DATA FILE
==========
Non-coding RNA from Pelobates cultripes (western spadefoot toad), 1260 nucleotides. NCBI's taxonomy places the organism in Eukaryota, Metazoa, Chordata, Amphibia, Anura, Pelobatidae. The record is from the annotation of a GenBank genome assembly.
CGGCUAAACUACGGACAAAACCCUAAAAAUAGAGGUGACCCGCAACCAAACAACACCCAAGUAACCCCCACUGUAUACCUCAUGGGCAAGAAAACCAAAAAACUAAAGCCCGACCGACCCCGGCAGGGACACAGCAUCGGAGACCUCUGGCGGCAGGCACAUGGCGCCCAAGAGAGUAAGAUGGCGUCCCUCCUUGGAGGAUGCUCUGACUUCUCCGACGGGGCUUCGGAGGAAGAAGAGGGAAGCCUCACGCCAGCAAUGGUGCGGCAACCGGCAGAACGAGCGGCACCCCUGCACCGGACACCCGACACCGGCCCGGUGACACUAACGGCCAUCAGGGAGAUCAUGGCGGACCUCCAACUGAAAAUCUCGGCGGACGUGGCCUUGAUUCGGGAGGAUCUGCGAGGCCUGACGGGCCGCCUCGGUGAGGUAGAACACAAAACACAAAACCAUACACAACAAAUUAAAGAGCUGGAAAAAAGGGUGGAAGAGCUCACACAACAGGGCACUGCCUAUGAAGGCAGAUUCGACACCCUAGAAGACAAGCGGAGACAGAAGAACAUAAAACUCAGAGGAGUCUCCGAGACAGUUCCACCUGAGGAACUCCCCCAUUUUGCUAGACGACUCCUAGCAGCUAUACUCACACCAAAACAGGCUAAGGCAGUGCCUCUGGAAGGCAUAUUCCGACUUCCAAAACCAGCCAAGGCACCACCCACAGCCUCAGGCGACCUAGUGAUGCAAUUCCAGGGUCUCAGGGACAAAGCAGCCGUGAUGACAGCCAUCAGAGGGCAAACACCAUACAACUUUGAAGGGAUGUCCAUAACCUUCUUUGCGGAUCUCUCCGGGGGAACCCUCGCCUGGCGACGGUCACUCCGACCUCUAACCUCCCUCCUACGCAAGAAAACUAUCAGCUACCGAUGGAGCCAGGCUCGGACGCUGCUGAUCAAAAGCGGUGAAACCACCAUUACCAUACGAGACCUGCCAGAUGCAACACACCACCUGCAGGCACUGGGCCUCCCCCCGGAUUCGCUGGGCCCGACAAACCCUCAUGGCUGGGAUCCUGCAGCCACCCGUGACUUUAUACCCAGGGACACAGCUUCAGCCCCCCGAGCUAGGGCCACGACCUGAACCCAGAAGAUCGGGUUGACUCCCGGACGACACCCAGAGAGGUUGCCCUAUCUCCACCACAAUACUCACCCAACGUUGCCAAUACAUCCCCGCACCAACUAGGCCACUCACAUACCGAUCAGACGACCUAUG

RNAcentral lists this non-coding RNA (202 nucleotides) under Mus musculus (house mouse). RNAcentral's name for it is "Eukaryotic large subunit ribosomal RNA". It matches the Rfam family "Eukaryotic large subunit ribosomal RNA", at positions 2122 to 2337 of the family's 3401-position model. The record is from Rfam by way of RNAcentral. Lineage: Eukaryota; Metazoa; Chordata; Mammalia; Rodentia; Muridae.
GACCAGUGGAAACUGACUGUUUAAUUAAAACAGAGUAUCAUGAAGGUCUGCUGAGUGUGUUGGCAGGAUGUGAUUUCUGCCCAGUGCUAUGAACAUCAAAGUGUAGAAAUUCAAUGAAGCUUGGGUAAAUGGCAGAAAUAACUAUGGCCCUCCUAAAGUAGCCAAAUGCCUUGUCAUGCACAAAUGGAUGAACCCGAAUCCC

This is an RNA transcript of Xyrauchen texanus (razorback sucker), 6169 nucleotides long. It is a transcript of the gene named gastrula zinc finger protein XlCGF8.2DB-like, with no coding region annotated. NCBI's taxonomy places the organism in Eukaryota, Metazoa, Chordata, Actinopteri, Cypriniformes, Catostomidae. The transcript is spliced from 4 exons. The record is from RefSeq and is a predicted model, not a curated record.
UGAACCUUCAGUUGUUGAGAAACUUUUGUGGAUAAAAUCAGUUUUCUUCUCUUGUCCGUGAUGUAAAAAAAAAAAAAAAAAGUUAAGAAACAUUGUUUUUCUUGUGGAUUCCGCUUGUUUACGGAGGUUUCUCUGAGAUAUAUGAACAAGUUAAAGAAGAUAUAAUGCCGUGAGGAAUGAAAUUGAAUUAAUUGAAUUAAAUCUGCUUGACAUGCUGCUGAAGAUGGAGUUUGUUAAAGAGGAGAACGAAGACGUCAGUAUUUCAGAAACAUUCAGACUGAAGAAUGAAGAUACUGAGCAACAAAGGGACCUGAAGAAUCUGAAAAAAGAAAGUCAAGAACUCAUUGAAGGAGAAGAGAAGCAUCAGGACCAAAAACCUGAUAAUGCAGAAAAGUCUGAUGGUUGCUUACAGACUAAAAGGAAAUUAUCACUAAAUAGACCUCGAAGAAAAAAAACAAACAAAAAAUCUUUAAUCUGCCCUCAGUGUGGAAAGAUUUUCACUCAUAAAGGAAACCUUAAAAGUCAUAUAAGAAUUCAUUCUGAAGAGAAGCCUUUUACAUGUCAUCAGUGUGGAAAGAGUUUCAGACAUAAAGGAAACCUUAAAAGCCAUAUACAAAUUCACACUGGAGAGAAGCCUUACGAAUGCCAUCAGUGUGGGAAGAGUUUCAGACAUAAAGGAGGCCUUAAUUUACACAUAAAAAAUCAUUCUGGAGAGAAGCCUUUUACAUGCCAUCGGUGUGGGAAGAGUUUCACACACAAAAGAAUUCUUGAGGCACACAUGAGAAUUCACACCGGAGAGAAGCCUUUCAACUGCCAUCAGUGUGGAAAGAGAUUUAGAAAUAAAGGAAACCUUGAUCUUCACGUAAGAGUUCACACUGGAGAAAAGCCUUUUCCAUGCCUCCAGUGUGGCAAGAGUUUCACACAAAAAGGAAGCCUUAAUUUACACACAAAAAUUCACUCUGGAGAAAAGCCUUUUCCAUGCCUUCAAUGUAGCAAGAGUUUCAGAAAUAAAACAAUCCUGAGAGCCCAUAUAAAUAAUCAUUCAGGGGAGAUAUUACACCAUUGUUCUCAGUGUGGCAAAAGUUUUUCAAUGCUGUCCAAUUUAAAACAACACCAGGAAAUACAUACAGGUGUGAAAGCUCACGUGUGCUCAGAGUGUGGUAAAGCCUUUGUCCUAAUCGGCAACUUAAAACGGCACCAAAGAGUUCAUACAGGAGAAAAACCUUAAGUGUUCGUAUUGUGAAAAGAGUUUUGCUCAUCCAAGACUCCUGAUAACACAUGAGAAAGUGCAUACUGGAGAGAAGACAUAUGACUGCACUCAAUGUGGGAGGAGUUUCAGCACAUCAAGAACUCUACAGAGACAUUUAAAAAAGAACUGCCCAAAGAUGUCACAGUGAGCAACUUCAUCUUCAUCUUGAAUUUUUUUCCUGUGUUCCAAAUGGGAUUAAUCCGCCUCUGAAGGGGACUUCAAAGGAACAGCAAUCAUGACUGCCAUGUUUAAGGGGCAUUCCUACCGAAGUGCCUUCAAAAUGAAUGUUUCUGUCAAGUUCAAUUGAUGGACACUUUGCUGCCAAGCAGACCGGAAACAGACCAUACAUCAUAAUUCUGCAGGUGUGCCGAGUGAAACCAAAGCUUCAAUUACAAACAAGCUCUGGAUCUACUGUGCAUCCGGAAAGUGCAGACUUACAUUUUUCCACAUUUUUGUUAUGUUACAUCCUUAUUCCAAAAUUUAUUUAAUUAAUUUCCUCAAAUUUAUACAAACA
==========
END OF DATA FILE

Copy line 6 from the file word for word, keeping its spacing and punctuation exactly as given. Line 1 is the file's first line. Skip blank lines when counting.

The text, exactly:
UGAACCUUCAGUUGUUGAGAAACUUUUGUGGAUAAAAUCAGUUUUCUUCUCUUGUCCGUGAUGUAAAAAAAAAAAAAAAAAGUUAAGAAACAUUGUUUUUCUUGUGGAUUCCGCUUGUUUACGGAGGUUUCUCUGAGAUAUAUGAACAAGUUAAAGAAGAUAUAAUGCCGUGAGGAAUGAAAUUGAAUUAAUUGAAUUAAAUCUGCUUGACAUGCUGCUGAAGAUGGAGUUUGUUAAAGAGGAGAACGAAGACGUCAGUAUUUCAGAAACAUUCAGACUGAAGAAUGAAGAUACUGAGCAACAAAGGGACCUGAAGAAUCUGAAAAAAGAAAGUCAAGAACUCAUUGAAGGAGAAGAGAAGCAUCAGGACCAAAAACCUGAUAAUGCAGAAAAGUCUGAUGGUUGCUUACAGACUAAAAGGAAAUUAUCACUAAAUAGACCUCGAAGAAAAAAAACAAACAAAAAAUCUUUAAUCUGCCCUCAGUGUGGAAAGAUUUUCACUCAUAAAGGAAACCUUAAAAGUCAUAUAAGAAUUCAUUCUGAAGAGAAGCCUUUUACAUGUCAUCAGUGUGGAAAGAGUUUCAGACAUAAAGGAAACCUUAAAAGCCAUAUACAAAUUCACACUGGAGAGAAGCCUUACGAAUGCCAUCAGUGUGGGAAGAGUUUCAGACAUAAAGGAGGCCUUAAUUUACACAUAAAAAAUCAUUCUGGAGAGAAGCCUUUUACAUGCCAUCGGUGUGGGAAGAGUUUCACACACAAAAGAAUUCUUGAGGCACACAUGAGAAUUCACACCGGAGAGAAGCCUUUCAACUGCCAUCAGUGUGGAAAGAGAUUUAGAAAUAAAGGAAACCUUGAUCUUCACGUAAGAGUUCACACUGGAGAAAAGCCUUUUCCAUGCCUCCAGUGUGGCAAGAGUUUCACACAAAAAGGAAGCCUUAAUUUACACACAAAAAUUCACUCUGGAGAAAAGCCUUUUCCAUGCCUUCAAUGUAGCAAGAGUUUCAGAAAUAAAACAAUCCUGAGAGCCCAUAUAAAUAAUCAUUCAGGGGAGAUAUUACACCAUUGUUCUCAGUGUGGCAAAAGUUUUUCAAUGCUGUCCAAUUUAAAACAACACCAGGAAAUACAUACAGGUGUGAAAGCUCACGUGUGCUCAGAGUGUGGUAAAGCCUUUGUCCUAAUCGGCAACUUAAAACGGCACCAAAGAGUUCAUACAGGAGAAAAACCUUAAGUGUUCGUAUUGUGAAAAGAGUUUUGCUCAUCCAAGACUCCUGAUAACACAUGAGAAAGUGCAUACUGGAGAGAAGACAUAUGACUGCACUCAAUGUGGGAGGAGUUUCAGCACAUCAAGAACUCUACAGAGACAUUUAAAAAAGAACUGCCCAAAGAUGUCACAGUGAGCAACUUCAUCUUCAUCUUGAAUUUUUUUCCUGUGUUCCAAAUGGGAUUAAUCCGCCUCUGAAGGGGACUUCAAAGGAACAGCAAUCAUGACUGCCAUGUUUAAGGGGCAUUCCUACCGAAGUGCCUUCAAAAUGAAUGUUUCUGUCAAGUUCAAUUGAUGGACACUUUGCUGCCAAGCAGACCGGAAACAGACCAUACAUCAUAAUUCUGCAGGUGUGCCGAGUGAAACCAAAGCUUCAAUUACAAACAAGCUCUGGAUCUACUGUGCAUCCGGAAAGUGCAGACUUACAUUUUUCCACAUUUUUGUUAUGUUACAUCCUUAUUCCAAAAUUUAUUUAAUUAAUUUCCUCAAAUUUAUACAAACA